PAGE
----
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Other publication in scientific journal, 2019

Peak experiences in a consciousness landscape - report on the science of consciousness conference in Interlaken, Switzerland, 2019

Liljenström, Hans


Introduction The Science of Consciousness (TSC) 2019 was the 26th international interdisciplinary conference in the series that started in Tucson in 1994. This one was held in late June in the beautiful Swiss town of Interlaken, between two lakes and surrounded by high alps. The local organizer was Harald Atmanspacher from Collegium Helveticum in Zurich, assisted by the “eternal” main organizer, Stuart Hameroff from the Center for Consciousness Studies in Tucson. There was no special theme for this conference, but I agree with the introductory comment in the abstract book: “Despite remarkable empirical and theoretical progress, consciousness is not understood yet, and therefore the field will benefit from a healthy scientific attitude that includes openness to multiple perspectives”. This was certainly applicable here. The beautiful alpine landscape provided a perfect setting for the conference, but the unexpectedly hot weather made it hard to concentrate and contemplate on the deep questions discussed. Yet, the organizers had done what they could to make the conference welcoming and inspiring for the 620 participants from about 30 countries. There were in total 24 invited talks in 9 plenary sessions, 105 oral presentations in concurrent sessions, and 220 posters - on topics, such as connectomics, placebo research, first-person experience, anesthetics, psychedelics, plant cognition, quantum biology, dual-aspect monism, bistable perception, insight, religious studies, evolution, and language. More details on the conference, including video recordings of the plenary talks are available on the website, This will be a very subjective report, where I have cherry-picked among the talks I attended, primarily focusing on the plenaries, but with some visits to concurrent sessions. In addition, I will not give equal amount of space to all the presentations I refer to, and apologize if anyone feels mistreated that way. It also goes without saying that the report is biased with respect to my own research interests, as a biophysicist working with neurocomputational models of decision making, based on mesoscopic neurodynamics. Inspired by the surrounding alpine landscape, I think it could serve as a metaphor for the mental landscape and intellectual challenges we have to climb when trying to understand the ancient conundrum of consciousness. The perspectives provided by various research areas, can then be likened with different alps, with rather deep valleys between. Somewhat arbitrary, I will structure my report around three major peak perspectives, Physics, Biology, and Metaphysics, where I have roughly and not chronologically grouped the various presentations.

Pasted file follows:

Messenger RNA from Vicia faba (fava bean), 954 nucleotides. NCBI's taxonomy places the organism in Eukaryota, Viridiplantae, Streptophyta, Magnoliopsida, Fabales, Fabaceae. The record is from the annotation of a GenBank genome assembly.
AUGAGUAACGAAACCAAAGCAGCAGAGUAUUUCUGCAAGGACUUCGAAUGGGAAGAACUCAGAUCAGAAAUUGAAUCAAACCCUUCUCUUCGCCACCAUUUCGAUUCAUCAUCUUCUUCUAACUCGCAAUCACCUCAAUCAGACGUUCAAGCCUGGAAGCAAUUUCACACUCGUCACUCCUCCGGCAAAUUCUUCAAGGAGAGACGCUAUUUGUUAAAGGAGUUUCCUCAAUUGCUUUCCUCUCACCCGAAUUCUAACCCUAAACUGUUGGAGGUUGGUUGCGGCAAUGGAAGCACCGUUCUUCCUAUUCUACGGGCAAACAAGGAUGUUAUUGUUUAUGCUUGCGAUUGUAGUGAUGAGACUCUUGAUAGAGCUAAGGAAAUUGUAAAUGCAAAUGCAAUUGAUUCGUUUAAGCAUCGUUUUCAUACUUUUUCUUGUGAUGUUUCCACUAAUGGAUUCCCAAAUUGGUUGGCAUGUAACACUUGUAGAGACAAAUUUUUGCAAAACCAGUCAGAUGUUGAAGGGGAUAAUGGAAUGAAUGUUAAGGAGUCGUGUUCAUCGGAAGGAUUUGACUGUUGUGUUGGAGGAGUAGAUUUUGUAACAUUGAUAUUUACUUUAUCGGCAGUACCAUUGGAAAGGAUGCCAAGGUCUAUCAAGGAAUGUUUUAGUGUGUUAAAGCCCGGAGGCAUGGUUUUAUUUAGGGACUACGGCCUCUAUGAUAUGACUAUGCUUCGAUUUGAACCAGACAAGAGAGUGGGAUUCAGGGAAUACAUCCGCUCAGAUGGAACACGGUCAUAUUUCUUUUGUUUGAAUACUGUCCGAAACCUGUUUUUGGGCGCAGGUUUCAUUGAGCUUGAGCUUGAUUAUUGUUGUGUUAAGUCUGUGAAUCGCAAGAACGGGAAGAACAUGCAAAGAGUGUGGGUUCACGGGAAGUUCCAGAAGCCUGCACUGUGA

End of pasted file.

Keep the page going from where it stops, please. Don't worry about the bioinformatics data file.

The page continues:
conference report; The Science of Consciousness conference

Published in

Journal of Consciousness Studies
2019, Volume: 26, number: 11-12, pages: 238-263